Extreme Range Kill on Ukraine’s Top Fighter Was a Su-57, Not an Air Defence System – Reports

Following reports that a Ukrainian Air Force Su-27 fighter and accompanying Su-24 strike fighter were shot down by Russian forces following a strike on Russia’s Belgorod region, conflicting reports from a number of Russian and Indian news outlets have indicated that a Russian Su-57 fighter was responsible. These have contradicted earlier reports that an S-300V4 air defence system using a 40N6 or possibly a 48N6DM surface to air missile was responsible. The Su-27 shootdown, although far from the first over Ukrainian skies, was particularly notable due to the 217km range at which it was achieved – making it by far the longest ranged fighter shootdown on record. The previous record for a surface to air shutdown was held by Russian S-400 systems based in Belarus, which shot down a Su-27 over Kiev in March at approximately 150km. Should the Su-57 have been responsible, however, it would mark a major milestone in the program and make the Russian fighter the very first in the world from the fifth generation to achieve a kill against an enemy fighter. 

The Su-57 has been involved in operations over Ukraine since March, with aircraft confirmed to be carrying out strike and air defence suppression missions. This follows the previous deployment of Su-57s for combat testing and strike operations in Syria – although at the time the class was not operational in the Russian Air Force and advanced combat capable prototypes were used. The Russian Air Force currently fields an estimated six Su-57 fighters, although their advanced sensors including six AESA radars as well as highly potent electronic warfare systems has reportedly made them a valuable asset over Ukraine – particularly considering that no other Russian fighter class fields remotely comparable capabilities. The deployment of the aircraft for air to air combat, if confirmed, would reflect a much higher level of confidence in the fighter class – with its American fifth generation rival the F-35 being much more limited its their ability to contribute to complex air to air operations .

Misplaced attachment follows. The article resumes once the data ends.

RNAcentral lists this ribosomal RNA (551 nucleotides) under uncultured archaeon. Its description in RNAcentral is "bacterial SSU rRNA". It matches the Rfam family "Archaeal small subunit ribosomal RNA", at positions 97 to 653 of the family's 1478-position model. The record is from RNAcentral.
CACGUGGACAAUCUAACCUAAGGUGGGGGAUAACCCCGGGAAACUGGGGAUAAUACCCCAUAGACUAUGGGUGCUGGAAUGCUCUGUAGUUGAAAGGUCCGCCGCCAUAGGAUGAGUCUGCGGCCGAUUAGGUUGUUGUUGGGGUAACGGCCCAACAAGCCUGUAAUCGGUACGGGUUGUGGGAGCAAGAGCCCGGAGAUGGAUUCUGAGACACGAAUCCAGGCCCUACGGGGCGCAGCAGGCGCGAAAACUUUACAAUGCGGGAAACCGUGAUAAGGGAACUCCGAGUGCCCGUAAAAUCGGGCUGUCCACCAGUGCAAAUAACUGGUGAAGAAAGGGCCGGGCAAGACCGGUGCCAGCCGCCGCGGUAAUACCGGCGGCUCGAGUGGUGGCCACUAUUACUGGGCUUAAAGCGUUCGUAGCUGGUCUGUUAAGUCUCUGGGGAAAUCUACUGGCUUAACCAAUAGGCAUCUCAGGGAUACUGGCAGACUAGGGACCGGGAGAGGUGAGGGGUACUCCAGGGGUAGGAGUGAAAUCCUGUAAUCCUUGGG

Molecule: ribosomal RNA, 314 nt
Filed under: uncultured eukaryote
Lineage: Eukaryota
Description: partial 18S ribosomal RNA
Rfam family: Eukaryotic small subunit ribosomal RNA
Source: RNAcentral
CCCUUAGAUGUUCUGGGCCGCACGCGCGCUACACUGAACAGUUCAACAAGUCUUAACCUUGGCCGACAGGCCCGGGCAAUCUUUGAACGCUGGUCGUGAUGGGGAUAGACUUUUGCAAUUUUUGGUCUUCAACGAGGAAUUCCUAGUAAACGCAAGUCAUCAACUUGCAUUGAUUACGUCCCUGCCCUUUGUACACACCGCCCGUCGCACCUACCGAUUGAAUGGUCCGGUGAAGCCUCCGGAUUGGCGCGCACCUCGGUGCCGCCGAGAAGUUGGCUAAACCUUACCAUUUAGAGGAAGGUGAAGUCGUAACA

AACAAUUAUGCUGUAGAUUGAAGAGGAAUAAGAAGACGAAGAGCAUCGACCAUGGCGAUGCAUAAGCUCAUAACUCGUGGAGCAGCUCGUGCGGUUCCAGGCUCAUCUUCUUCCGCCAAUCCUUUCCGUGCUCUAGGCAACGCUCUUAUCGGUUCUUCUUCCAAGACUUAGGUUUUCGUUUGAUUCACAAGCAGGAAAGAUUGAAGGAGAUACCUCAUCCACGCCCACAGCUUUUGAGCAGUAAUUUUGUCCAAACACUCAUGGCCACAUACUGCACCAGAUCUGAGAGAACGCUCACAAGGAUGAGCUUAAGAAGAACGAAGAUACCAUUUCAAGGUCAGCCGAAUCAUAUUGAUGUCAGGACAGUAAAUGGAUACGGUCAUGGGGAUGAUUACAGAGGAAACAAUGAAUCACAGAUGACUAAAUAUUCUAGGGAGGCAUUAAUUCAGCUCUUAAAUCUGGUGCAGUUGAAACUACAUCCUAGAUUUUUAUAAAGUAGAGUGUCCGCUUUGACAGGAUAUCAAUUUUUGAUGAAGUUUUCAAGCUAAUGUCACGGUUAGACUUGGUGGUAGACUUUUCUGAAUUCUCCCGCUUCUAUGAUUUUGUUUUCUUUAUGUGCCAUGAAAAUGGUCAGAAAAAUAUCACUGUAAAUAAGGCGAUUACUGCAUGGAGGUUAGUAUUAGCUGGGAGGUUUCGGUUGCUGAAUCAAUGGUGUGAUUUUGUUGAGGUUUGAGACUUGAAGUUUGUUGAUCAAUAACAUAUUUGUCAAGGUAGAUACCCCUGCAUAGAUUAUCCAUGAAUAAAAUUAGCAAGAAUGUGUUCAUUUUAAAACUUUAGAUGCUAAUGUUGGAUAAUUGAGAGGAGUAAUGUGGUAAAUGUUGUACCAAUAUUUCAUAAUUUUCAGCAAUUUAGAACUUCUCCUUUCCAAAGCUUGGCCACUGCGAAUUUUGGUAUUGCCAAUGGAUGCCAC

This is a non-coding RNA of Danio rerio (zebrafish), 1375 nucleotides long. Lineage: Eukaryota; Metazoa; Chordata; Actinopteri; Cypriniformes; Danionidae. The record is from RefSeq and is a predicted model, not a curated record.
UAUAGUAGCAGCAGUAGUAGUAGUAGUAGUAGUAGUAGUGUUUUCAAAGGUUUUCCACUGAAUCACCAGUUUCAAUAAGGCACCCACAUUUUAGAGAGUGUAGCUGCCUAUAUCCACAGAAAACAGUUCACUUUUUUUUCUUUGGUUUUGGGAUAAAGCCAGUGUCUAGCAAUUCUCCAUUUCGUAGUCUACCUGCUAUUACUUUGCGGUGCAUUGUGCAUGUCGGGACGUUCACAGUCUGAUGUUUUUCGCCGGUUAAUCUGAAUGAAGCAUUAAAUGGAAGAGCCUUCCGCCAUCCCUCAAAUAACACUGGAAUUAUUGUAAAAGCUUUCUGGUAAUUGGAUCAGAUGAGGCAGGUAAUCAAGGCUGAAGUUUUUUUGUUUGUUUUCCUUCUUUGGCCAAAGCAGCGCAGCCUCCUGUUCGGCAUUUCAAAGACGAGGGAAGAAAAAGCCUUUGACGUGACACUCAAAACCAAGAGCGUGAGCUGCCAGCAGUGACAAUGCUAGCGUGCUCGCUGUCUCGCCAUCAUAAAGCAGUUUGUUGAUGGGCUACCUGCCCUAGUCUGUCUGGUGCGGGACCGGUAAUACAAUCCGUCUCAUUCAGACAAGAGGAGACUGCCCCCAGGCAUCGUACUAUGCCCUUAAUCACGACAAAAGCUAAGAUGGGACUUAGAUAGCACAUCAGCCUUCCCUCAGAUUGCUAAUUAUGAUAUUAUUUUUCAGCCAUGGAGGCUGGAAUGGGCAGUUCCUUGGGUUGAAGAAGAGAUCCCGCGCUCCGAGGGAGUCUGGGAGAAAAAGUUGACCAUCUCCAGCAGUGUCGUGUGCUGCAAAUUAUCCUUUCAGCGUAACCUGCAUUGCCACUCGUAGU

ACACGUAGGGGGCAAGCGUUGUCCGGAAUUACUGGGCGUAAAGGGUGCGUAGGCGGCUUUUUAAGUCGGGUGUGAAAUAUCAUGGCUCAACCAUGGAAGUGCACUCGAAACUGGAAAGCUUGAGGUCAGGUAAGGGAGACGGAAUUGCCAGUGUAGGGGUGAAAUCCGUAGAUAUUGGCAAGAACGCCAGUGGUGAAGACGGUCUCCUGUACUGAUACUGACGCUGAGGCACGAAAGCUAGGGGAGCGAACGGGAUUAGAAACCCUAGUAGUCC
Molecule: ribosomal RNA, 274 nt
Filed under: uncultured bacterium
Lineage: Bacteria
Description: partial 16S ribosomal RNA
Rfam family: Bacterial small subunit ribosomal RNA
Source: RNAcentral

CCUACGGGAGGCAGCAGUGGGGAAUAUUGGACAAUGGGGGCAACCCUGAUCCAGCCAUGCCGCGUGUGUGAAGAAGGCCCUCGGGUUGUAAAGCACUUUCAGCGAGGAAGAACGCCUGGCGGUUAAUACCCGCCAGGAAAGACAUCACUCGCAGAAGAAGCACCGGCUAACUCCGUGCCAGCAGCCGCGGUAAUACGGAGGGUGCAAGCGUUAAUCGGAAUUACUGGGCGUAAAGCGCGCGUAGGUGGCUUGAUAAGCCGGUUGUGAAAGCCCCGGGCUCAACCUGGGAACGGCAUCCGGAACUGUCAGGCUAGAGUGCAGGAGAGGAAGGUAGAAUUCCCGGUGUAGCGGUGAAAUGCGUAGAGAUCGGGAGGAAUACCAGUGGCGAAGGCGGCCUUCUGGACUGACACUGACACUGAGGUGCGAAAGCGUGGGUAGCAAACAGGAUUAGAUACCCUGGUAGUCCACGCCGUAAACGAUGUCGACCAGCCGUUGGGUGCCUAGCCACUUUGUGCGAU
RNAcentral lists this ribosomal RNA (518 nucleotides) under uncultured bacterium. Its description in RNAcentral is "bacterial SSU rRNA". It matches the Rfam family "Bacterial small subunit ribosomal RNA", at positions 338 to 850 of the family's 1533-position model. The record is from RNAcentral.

As Ukrainian Su-27s were operating in Russian airspace, and were confirmed to be armed primarily with air to ground rocket pods, deploying Su-57s for interception could have been considered a low risk means of gaining an air to air kill for the new fighter class. The possibility that the Su-57s were accompanied by other more combat tested fighters such as Su-35s, in case the Ukrainian Air Force had any unexpected surprises or the new fighter failed, also remains significant. Although the Su-57’s primary air to air armament the R-77M missile has only a 200km engagement range, its oversized R-37M missile can engage targets up to 400km away – with this being the missile reportedly used to intercept the Ukrainian aircraft. Footage seemingly showing an R-37M over a Ukrainian city, taken by residents, provided some support to this claim. While other secretive long ranged air to air missiles with unknown designations have also reportedly been developed for the Su-57, none are thought to have a range sufficient to engage a manoeuvrable fighter like the Su-27 at over 200km.

The fact that the Su-27 was involved in a hit and run attack on Russian territory, and was reportedly returning to base when shot down, makes reports of the Su-57’s involvement somewhat more credible since the target aircraft would not have posed a threat of retaliation and was likely struck from behind. The Su-27 has a maximum engagement range of 130km using R-27ER/ET air to air missiles, although the ability to use these against the Su-57 at respectable distances remains very limited. This is due to the ageing Soviet-built jet’s limited sensors and the new fighter’s advanced electronic warfare capabilities and stealth profile. Thus at 217km the risk to the Su-57 of engaging its target in air to air combat over Russian airspace would have been negligible, while the benefits for the fighter program remain significant not only for morale domestically but also for its export prospects and international reputation – both of which have been harmed by long delays in bringing the class into service. The Russian-Ukrainian War has presented multiple rare opportunities for Russian assets to gain kills and be tested in combat against relatively capable enemy fighters, with the S-400 and the Su-57’s predecessor the Su-35 both having gained their first air to air kills in March over Ukrainian skies. The Su-57 is not expected to be deployed similarly aggressively, but could see further defensive air to air operations within Russian airspace.